The police and the government
are clueless about the current whereabouts of the Martys. Their passports
are with the court and their victims are probably back on the streets of
C Inamdar, Additional Commissioner of Police, who handled the case, saya,
“During the period of a jail sentence, nobody can be granted bail.
They are still in the Pune prison.” But, the office of Prabhat Ranjan,
Inspector General, Prisons, Pune, confirms that they were out in May 2004.
Says Preeti Chandar of facse, “If they can get out of jail despite
such strong evidence against them, others can get away with worse.”
Back in Colaba, the spectre of Duncan Grant, a British paedophile, who lived
here for 12 years, haunts the Anchorage Shelter Home.
A few crusty flights of stairs lead to the entrance of the Home, set up
by Grant in 1995. The door opens to a large, sparse room with two beds,
clothes and many pairs of shoes strewn on the floor. Two boys sit glued
to an old TV. Clad in shorts and T-shirts, they have the typically scrubbed-clean
look. Dhanraj, a 15-year-old inmate, speaks English with a cultivated British
twang. He sports an expensive cell phone that constantly buzzes with calls
Eight years after the Home was set up, Grant was accused
of abusing the boys living in his shelter. He is absconding. Allen Johan
Water, a co-accused, was arrested in New York in November 2003, and is
soon going to be extradited from the us. Dhanraj speaks of Grant with
fondness. “Duncan doesn’t come here anymore. He hasn’t
called for the last three years. The police think he’s a dirty man
and don’t let him come to India. It’s a lie that he is a dirty
man. Someone is taking revenge on him,” he says.
Grant was not in India when 15-year-old Kranti Lodha, a frequent visitor
to the home, filed a complaint of sexual abuse against him. He has not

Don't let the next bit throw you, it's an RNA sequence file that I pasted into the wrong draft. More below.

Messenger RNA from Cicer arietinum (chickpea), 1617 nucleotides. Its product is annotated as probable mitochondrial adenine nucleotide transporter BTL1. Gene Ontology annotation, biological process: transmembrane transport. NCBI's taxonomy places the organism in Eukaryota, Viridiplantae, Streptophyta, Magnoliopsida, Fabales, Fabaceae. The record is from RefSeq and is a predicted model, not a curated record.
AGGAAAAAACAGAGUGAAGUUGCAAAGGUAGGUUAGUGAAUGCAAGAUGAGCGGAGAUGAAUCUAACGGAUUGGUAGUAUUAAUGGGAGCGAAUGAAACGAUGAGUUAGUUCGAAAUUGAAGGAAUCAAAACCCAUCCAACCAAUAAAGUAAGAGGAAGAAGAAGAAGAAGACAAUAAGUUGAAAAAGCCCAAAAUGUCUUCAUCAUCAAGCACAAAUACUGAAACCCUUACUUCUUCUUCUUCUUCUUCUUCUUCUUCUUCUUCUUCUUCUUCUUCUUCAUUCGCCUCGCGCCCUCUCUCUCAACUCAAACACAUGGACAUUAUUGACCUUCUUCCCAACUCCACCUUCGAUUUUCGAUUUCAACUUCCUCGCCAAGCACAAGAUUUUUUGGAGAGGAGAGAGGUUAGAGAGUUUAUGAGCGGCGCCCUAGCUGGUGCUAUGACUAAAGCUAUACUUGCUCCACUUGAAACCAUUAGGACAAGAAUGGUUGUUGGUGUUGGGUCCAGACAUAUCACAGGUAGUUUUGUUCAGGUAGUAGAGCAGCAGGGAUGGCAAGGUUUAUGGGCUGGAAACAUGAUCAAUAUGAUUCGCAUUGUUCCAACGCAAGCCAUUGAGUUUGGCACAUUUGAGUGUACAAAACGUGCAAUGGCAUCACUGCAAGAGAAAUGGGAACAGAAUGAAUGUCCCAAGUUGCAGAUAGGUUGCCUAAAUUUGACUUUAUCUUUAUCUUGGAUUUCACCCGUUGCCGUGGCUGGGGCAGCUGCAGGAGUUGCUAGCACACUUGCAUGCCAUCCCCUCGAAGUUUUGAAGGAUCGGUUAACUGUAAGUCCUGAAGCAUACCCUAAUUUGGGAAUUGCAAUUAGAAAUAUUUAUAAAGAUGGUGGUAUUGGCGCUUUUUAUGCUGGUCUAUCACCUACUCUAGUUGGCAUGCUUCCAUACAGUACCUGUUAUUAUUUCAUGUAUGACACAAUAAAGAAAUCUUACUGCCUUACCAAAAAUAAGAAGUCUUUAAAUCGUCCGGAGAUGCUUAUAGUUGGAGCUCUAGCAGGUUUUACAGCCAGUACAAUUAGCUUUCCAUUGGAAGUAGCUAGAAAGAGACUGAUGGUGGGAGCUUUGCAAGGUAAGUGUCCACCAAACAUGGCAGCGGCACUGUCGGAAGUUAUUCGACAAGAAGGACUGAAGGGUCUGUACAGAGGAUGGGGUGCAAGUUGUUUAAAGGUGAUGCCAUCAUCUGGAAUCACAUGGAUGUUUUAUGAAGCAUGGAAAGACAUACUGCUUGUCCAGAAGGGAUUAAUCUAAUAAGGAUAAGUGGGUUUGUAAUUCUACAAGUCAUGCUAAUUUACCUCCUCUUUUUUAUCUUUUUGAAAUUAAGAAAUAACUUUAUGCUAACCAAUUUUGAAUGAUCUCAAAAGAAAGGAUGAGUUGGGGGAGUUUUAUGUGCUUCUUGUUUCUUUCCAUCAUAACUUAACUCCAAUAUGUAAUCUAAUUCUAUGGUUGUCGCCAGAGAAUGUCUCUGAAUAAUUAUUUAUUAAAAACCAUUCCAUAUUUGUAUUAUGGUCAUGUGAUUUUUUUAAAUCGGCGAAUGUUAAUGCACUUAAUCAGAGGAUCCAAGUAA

returned to Mumbai thereafter. Grant is a well-connected man in Britain.
He served the Royal Naval Reserve in the uk for 30 years before he came
to India. Soon after the allegations were levelled, Diana Hawkins, organiser
and fund-raiser at the uk office of the Anchorage Shelter was quoted as
saying, “If innocent, well-meaning people like Grant are accused
of such false crimes, people from Britain will stop doing charity work
in India.” Some influential people in India, such as Adi Dubhash
of Concern India Foundation, also defended Grant.
After the allegations came into light, ngos and activists followed up
the case. A breakthrough came when journalist Mehr Pestonji got an account
from Rasool, a boy at the Home, on tape in which he admitted having been
abused by Grant and Water. The catalyst in the breakthrough was, surprisingly,
Alan Denning, another British national and a suspected paedophile who
had lived in Goa. Sources reveal that Denning was seen in Goa with Rasool
and Zakir, both young boys. Zakir was also seen with another paedophile,
Theodor Willem Anema.
Denning was close to Grant, but later exposed him with the help of Sridhar
Naik, a close associate of Denning, who, according to police sources,
posed as Zakir and Rasool’s guardian. When contacted in Mumbai,
Naik said that he was no longer involved with the Home and that he knew
nothing about the whereabouts of Den- ning or Grant.
Tehelka’s investigation reveals that Naik who passes off as a social
worker is a procurer for paedophiles operating in Goa. Incidentally, Naik
helped two suspected paedophiles Anema and Denning to get children from
the Home. Naik just made an affidavit which simply stated, “I say
that I am guardian of Master Jakir Hasan (Zakir is spelt as Jakir). I
say that he was born on 13.12.1988 at Kolkata…I further declare
that the said child is not aware of his parents at present
he has no parents as he was found to me in helpless condition seeking
Then he proceeded to declare an undertaking in a stamped paper: “I
say that I am the guardian of Master Jakir Hasan…As such I have
sent him to Goa under further guardianship of Mr Theodoor Willem Anema…I
say I am a social worker and devoted my entire life for nourishment and
welfare of the orphan children who are parentless and seeking help for
their maintenance and livelihood.”